Sales of incandescent light bulbs have plummeted in recent years, as consumers increasingly turn to more energy-efficient LEDs, according to figures recently released by the Energy Efficiency and Conservation Authority (EECA).
The IRI New Zealand figures show that supermarket sales of incandescent bulbs have almost halved since 2015, dropping from about 4.6 million in the year from May 2015 to the end of April 2016 to about 2.8 million in the year to the end of April this year.
Meanwhile, over the same period, sales of LEDs have more than doubled, growing from about 248,500 in 2015 to over 604,000 to the end of April this year, with consumers seeking to tap into the long-lasting lighting benefits provided by LEDs.
LEDs provide a range of advantages over incandescent bulbs, including greater energy efficiency, reduced electricity costs and a longer lifespan, and should be a key consideration for households looking to drive down electricity usage.
Save electricity and reduce carbon footprint: Renters also have options
The sales figures have been released as the EECA’s Gen Less campaign, which “unites New Zealand individuals, organisations, businesses and the government to live and work in more climate-friendly ways”, currently focuses on LEDs as an easy way to reduce carbon footprint.
Given that LEDs can last up to 15 times longer than incandescent bulbs, and with consumers not buying new LEDs every year, EECA Chief Executive Andrew Caseley noted that “we think the most relevant figure is the drop in sales of inefficient incandescent light bulbs”.
Caseley pointed to replacing lights with LEDs as being “one of the simplest things that people can do to save electricity and reduce their carbon footprint”.
“These trends are very encouraging because LEDs save households money and contribute to reducing greenhouse gas emissions through reduced energy use,” he stated.
“If 100,000 more New Zealanders switched all their household lighting to LEDs, that would prevent 1,669 t of C02 being released into the atmosphere per year – that’s equivalent to roughly 35,000 people not flying from Auckland to Wellington per year.”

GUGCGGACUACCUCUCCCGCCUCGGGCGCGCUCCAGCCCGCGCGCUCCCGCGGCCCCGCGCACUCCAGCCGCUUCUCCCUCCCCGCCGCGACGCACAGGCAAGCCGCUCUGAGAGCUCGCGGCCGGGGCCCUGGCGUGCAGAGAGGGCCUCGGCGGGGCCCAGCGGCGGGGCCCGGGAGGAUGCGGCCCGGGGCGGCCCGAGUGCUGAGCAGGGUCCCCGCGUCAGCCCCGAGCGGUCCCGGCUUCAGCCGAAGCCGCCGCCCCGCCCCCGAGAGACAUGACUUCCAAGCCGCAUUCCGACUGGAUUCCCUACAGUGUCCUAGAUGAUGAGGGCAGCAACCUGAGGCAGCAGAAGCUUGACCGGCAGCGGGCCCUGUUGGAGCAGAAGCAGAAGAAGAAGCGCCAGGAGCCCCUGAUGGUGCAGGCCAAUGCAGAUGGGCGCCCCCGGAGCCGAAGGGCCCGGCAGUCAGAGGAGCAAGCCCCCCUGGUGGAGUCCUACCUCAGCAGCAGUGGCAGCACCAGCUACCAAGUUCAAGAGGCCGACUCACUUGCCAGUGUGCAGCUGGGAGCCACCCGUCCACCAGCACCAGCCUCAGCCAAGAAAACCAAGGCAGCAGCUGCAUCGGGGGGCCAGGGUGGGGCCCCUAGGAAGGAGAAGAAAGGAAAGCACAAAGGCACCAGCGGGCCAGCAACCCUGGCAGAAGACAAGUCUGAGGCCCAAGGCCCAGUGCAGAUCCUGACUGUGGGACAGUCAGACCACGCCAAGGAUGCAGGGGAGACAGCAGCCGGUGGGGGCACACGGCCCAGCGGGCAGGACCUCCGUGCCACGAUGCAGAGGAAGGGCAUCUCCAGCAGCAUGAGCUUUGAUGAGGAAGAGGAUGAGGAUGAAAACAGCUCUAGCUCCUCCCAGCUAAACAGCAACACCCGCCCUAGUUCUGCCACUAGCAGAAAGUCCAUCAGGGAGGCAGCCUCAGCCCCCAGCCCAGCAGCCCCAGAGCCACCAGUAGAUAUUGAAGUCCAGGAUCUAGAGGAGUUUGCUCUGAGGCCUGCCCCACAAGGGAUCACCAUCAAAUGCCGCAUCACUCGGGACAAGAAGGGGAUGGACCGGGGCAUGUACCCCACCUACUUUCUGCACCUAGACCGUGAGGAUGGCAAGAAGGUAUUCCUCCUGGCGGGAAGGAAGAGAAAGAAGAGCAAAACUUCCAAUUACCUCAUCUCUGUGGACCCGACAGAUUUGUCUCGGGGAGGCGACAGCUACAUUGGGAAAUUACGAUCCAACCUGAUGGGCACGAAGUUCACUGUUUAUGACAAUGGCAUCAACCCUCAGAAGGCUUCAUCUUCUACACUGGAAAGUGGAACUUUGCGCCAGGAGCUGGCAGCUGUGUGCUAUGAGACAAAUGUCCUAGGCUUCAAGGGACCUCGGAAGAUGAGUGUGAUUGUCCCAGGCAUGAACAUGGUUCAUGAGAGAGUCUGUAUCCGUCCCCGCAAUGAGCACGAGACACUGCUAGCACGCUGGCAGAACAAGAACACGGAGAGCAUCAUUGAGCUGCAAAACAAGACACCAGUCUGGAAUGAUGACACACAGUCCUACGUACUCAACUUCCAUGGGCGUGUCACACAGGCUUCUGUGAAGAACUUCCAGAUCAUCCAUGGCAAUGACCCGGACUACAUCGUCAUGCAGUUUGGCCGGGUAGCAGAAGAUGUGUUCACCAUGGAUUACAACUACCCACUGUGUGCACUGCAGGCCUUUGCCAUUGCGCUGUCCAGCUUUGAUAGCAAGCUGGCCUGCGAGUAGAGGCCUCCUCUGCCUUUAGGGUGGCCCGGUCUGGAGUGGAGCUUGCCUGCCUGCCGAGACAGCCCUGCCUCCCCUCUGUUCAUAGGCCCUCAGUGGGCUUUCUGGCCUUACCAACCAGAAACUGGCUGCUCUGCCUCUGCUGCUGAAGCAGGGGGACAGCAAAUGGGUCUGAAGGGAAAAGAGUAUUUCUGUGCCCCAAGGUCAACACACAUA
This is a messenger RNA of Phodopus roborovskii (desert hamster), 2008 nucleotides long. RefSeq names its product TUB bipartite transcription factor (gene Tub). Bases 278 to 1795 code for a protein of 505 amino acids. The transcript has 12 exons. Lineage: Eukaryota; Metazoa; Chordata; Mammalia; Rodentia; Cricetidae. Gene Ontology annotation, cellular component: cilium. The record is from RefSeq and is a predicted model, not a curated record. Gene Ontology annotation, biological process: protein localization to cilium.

When it comes to options for renters, the EECA highlights the potential to swap old lighting for new LEDs.
“At EECA, we recommend renters switch to LEDs and carefully store the old incandescent bulbs, replacing them when they leave and taking the LEDs to the new home,” Caseley said.
“We also recommend everyone treats LEDs as an appliance – keeping receipts and contacting the manufacturer if they don’t meet their warranty claims.”
LED breakdown: Where the savings lie
The Electricity Authority’s 2018 Electricity in New Zealand report shows that lighting accounts for 13 per cent of electricity usage in the typical household, and it makes sense for consumers to explore their options in seeking to drive down costs.
It is important to keep in mind that while LEDs might cost more upfront than incandescent bulbs, over time the costs of using incandescent bulbs will add up, with it making sense to approach lighting purchases from a long-term perspective.
The EECA’s Energywise website advises of LEDs:
- They are climate-friendly, lasting much longer than incandescent bulbs (based on manufacturer claims).
- They waste less energy, being very efficient and long life, using up to 85 per cent less electricity than traditional incandescent bulbs.
- Most LEDs are priced at less than $10 per bulb, with some costing as little as $3.
- Each LED bulb bought to replace an incandescent bulb can provide savings of $100 to $300 over its life (depending upon the wattage of the bulb being replaced).
- LEDs are good for all general household lighting usage.